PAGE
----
Understanding the clinical spectrum associated with VMA21 deficiency

Prof. Perrine Castets, University of Geneva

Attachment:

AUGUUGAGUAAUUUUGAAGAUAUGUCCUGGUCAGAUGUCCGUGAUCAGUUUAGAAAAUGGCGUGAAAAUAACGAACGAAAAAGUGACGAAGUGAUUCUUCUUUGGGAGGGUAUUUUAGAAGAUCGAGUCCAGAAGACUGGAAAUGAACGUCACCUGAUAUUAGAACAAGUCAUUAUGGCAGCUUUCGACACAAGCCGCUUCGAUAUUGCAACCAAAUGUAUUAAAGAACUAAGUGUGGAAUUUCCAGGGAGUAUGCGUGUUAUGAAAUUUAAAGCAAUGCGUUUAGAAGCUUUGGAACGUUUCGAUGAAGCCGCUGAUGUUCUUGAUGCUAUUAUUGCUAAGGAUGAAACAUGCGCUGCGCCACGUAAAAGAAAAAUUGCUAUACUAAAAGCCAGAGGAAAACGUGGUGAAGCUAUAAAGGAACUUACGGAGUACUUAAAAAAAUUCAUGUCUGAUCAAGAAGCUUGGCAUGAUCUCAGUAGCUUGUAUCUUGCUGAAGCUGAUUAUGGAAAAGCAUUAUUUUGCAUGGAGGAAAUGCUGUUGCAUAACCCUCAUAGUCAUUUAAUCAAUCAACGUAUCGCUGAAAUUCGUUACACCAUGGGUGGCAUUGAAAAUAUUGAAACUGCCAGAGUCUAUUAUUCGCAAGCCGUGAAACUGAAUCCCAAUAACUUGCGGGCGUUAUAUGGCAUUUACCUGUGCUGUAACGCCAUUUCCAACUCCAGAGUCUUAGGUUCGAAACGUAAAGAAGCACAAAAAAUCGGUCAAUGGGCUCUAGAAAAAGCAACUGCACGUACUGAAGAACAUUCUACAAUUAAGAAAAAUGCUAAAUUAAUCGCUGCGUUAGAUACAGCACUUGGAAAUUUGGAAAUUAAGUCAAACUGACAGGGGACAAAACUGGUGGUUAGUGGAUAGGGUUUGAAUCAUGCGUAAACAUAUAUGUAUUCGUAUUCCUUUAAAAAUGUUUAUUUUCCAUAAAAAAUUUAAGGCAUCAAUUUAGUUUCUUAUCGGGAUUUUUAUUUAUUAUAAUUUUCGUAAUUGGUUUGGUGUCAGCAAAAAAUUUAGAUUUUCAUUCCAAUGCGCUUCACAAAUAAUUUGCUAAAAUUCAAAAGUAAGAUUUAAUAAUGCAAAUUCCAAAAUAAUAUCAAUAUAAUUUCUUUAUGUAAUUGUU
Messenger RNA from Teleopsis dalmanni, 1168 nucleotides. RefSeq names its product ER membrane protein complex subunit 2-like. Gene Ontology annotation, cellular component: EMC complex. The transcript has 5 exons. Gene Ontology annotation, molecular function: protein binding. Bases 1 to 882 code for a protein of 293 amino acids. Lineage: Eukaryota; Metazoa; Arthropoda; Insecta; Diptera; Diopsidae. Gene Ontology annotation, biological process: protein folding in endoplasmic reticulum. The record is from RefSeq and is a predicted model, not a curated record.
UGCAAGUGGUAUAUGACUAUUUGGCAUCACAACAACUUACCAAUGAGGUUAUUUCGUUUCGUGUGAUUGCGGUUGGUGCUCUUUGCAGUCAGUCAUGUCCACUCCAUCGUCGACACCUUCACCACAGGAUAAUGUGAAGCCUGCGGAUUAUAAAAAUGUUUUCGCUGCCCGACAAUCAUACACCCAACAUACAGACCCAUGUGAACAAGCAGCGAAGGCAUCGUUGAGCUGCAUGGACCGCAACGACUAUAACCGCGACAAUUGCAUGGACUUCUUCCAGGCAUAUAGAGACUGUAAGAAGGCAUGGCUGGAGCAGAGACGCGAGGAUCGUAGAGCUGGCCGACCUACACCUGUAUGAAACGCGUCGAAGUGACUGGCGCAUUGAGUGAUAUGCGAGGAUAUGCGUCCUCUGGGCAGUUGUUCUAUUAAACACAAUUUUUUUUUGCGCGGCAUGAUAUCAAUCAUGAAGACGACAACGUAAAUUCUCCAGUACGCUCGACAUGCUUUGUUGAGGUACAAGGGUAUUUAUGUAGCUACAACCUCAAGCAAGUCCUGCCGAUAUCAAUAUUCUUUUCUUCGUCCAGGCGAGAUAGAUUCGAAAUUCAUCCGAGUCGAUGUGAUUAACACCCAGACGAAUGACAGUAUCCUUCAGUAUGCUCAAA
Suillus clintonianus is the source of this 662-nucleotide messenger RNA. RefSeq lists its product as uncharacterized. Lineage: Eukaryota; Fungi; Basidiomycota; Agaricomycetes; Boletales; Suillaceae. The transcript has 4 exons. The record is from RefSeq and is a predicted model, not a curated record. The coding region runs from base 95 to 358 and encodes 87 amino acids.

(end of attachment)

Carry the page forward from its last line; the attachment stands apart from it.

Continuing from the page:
X-linked myopathy with excessive autophagy (XMEA) is a rare neuromuscular disease characterized by progressive muscle atrophy and weakness, and caused by mutations in the VMA21 gene. Recently, mutations in VMA21 have also been associated with a congenital autophagic liver disease, as well as with lymphoma. The reason for the dysfunction of specific tissues and the protection of other organs, dependent on the disease is unknown. VMA21 encodes a ubiquitous chaperone protein essential for the assembly of the vacuolar ATPase, required for lysosomal acidification. Consistently, VMA21 deficiency leads to autophagy impairment in patient cells. However, the mechanisms leading to muscle or liver dysfunction remain misunderstood, which largely falls to the absence of a mouse model reproducing VMA21 deficiency. We have recently generated a muscle-specific Vma21-KO mouse line, which brought major insights on XMEA pathogenesis. However, this model has two limitations: 1) its early lethality hampers investigations in adult muscle, 2) the effect of VMA21 deficiency in non-muscle tissue cannot be analyzed. The overall aim of the project is to get insights on the pathomechanisms leading to VMA21-related disorders and to test therapeutic strategies to counteract the diseases, by developing two new VMA21-deficient mouse lines. Specifically, we will develop an inducible muscle-specific KO mouse model to characterize the consequences of VMA21 deficiency in adult muscle. We will determine if the mice reproduce XMEA and characterize their phenotype at different ages. The autophagic flux and associated signaling will be examined. In parallel, the generation of an inducible complete KO model will help delineating the role of VMA21 in muscles and non-muscle tissues during development and adult ages. In particular, it may bring essential insights on pathomechanisms leading to severe neonatal XMEA cases and it may point to compensatory processes protecting spared tissues in the absence of VMA21. Altogether, these experiments are essential to better understand the clinical spectrum associated with VMA21 mutations and to identify potential targets to circumvent VMA21-related disorders.